Home

What's New

Come along with Collie, the Land Preservation Specialist at the Conservancy, as he visits Roots & Shoots Nursery and discusses some of the best native plants to feature in your yard!

From longleaf pine trees to beautyberry shrubs, learn more about some of the best plants you can add to your yard to help native wildlife.

As we continue to work towards our vision of a Kiawah Island where the unique natural environment is preserved for generations to come, we're shifting our mission to better meet the needs of conservation on Kiawah Island. With our new mission, we measure, manage, improve, and advocate for the ecological health of Kiawah Island and its environs.

Wednesday, May 26, 5-7pm

We're opening the season with a garden soiree to celebrate the natural beauty of Kiawah Island with live music and delicious food and drink, all in our beautiful Naturally Kiawah Demonstration Garden in Night Heron Park!

Want to help make a difference while you shop in the Amazon app, at no extra cost to you? Simply follow the instructions below to select "The Kiawah Island Natural Habitat Conservancy Inc" as your charity and activate AmazonSmile in the app. They'll donate a portion of your eligible mobile app purchases to us.

April 19-24

Celebrate Earth Day with a week of nature and conservation-focused events, including webinars, nature walks, virtual storytimes, livestreams and more! Check out our full Earth Week schedule to learn how you can join in and help us celebrate our planet.

A bobcat den on one of our properties containing two kittens was recently disturbed by vegetative removal happening without the Conservancy’s permission, causing the bobcat to abandon her den.
Read our letter to learn how the Conservancy is responding.

Pine Trees

Plants in nature and in the residential landscape provide many benefits for humans and wildlife. Of all the types of plants available, native plants found naturally in the region are more suited for local conditions, tolerating several environmental extremes found on barrier islands. They also provide the most ecological benefits to wildlife.

Pine trees play a surprisingly big role in Kiawah's ecosystem. They are adept at living in a range of environments and can live hundreds of years. Learn more about the species of pine trees found on Kiawah Island and the important role they play in our environment in this episode of Learning with Lee.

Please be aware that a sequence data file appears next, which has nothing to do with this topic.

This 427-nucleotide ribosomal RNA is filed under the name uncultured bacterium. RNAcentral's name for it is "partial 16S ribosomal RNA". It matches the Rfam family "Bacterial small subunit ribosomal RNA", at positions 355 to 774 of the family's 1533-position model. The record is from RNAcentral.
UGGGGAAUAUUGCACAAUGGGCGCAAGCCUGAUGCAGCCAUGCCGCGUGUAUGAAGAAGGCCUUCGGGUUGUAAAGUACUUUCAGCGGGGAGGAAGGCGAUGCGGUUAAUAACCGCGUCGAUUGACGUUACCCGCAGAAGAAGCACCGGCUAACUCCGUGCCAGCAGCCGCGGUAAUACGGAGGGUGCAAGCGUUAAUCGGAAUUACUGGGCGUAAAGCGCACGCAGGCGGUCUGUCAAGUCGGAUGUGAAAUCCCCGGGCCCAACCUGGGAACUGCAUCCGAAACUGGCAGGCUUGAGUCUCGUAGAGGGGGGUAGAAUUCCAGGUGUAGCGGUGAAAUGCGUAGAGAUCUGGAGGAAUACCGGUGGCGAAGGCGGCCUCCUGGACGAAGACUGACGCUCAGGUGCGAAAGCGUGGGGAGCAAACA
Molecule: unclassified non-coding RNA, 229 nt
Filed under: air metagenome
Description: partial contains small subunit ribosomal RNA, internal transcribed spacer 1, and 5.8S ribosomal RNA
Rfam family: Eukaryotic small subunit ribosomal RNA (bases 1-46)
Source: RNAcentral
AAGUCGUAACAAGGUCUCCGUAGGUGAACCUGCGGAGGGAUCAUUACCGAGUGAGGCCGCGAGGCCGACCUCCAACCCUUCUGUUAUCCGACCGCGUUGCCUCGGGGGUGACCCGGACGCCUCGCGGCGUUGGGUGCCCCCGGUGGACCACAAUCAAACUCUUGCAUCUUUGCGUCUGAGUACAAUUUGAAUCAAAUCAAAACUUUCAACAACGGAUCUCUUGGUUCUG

WATCH NOW

Anhingas

We’re going bird watching! If you’ve spent much time around Kiawah’s ponds and lagoons, you’ve probably seen anhingas diving for fish or sunning their wings on nearby branches. Now, spot them in this week’s episode of Learning with Lee!

Whether you know them as "snakebirds," "water turkeys," or "darters," learn all about these high-flying water birds.

 

2030 Strategic Plan

The Conservancy was founded 1997 to maintaining the natural beauty and habitat of Kiawah Island. Since that time the Conservancy has focused on preserving properties, educating the public on the importance of preservation, fundraising, protecting natural habitats, and sharing with the world what a remarkable place Kiawah Island is.

Now, with more than 23 years of knowledge and experience under our belts, it’s the ideal time to chart a path forward and build on our momentum. Through our new 2030 Strategic Plan we are laying a foundation that will guide our growth as we strive to dramatically extend our reach and broaden our impact.

Join us in ensuring the natural beauty and ecological health of Kiawah Island is preserved for generations to come.

Learn More

Sharks and Rays: Not a mean bone in their body

Dive into our newest Conservation Matters program, Sharks and Rays: Not a mean bone in their body, presented by Dr. David Plourd. You'll not only learn about whale sharks and manta rays, but you might just swim away with a new perspective and appreciation for these seemingly frightening creatures!

PREMIERING TODAY AT 3 PM

Kiawah's Wildlife Species Need Your Help Now!